Before the Revolution of 1789, Le Passage comprised two districts: one, Dolmayrac, was recognisable by its church, which was perched at the edge of the north side of the Garonne; the other, Monbusq, situated below, was a simple crossing point for travellers from the north who wanted to cross the Garonne.
From the Middle Ages onwards, the hamlet was, therefore, a simple transit point for travellers. It is from this that its name “Le Passage” comes.
Around 1795 (after the Law of 21 Fructidor) the two districts united, and freed themselves from Agen’s control. For the past two centuries the commune has often been called by the inaccurate name of “Le Passage d’Agen”, which explains why today few maps represent it as an autonomous entity.
In the 19th century, the sole economic resource of Le Passage was income from the footbridge (la Passerelle), which was a toll bridge. The commune had indeed seen very little development. However, in the 20th century the rapid expansion of Agen benefited Le Passage. The demographic development of Agen fuelled this expansion.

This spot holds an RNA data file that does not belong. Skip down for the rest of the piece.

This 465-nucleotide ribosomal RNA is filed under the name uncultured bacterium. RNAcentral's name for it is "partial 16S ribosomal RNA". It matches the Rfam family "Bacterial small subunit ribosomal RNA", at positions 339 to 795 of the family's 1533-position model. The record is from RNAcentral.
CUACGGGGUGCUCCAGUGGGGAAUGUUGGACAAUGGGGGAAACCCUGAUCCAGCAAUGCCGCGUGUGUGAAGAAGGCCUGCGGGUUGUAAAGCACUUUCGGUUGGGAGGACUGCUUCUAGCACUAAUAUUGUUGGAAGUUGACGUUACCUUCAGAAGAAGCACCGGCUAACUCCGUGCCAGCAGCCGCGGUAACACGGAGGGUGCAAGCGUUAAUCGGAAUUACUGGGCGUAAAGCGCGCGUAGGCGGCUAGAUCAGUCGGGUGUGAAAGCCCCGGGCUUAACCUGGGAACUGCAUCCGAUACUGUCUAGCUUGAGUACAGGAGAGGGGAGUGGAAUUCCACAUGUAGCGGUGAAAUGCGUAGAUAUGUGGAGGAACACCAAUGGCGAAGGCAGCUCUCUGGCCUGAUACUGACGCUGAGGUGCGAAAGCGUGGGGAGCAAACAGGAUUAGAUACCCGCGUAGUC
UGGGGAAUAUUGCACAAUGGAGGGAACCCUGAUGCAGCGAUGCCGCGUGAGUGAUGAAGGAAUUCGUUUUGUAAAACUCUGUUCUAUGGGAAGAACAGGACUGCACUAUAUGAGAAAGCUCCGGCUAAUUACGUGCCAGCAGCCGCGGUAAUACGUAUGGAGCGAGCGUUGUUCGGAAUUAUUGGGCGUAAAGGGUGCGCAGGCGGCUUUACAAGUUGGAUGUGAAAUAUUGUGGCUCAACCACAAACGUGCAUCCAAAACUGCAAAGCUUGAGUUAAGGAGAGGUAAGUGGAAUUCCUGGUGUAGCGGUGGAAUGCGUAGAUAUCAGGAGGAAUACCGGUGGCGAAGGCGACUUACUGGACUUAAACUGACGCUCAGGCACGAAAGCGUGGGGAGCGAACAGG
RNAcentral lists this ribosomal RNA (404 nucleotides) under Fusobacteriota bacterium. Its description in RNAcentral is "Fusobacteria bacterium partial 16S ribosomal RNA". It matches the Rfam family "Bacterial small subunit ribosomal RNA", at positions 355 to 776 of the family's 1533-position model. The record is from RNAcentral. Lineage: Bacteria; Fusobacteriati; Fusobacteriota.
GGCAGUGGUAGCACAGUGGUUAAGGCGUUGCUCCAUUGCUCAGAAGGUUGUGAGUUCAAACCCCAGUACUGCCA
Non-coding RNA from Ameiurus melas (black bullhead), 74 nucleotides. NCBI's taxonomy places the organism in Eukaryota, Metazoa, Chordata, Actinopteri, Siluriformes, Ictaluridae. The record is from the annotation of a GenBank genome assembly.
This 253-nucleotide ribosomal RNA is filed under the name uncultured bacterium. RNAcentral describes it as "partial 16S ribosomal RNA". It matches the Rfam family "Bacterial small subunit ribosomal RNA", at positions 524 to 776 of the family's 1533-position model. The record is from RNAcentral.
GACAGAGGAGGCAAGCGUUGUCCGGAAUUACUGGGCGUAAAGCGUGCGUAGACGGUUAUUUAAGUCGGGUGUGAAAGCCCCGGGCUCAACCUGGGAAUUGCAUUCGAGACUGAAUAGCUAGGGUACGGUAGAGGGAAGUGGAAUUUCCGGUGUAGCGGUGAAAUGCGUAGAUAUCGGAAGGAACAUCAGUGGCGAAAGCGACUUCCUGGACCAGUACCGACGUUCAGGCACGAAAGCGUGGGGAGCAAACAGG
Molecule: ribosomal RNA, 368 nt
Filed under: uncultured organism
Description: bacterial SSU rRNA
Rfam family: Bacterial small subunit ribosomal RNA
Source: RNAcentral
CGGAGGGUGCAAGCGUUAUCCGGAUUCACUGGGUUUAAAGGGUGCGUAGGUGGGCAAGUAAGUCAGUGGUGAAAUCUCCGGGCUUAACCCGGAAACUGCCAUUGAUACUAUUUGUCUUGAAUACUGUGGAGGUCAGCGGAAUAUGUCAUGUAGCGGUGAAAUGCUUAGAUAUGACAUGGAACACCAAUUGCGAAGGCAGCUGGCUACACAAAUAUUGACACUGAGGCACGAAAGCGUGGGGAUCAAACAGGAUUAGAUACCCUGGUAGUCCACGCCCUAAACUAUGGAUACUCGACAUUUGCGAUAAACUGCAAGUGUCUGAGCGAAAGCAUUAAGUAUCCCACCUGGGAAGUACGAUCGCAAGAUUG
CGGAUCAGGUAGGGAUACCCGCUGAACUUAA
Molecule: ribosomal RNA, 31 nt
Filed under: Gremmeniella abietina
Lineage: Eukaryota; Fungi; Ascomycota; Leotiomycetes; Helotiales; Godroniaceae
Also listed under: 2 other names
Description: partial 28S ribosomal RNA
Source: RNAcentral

There are some classified historical monuments, such as the stone bridge of Agen, begun in 1812 under Napoleon and completed in 1827; the canal bridge of Agen (only three of this type exist in France); or the recently-renovated footbridge.
Le Passage is situated on the St James of Compostella route, the GR 652.
(Route shared with the Cluniac walk between Moirax and Agen).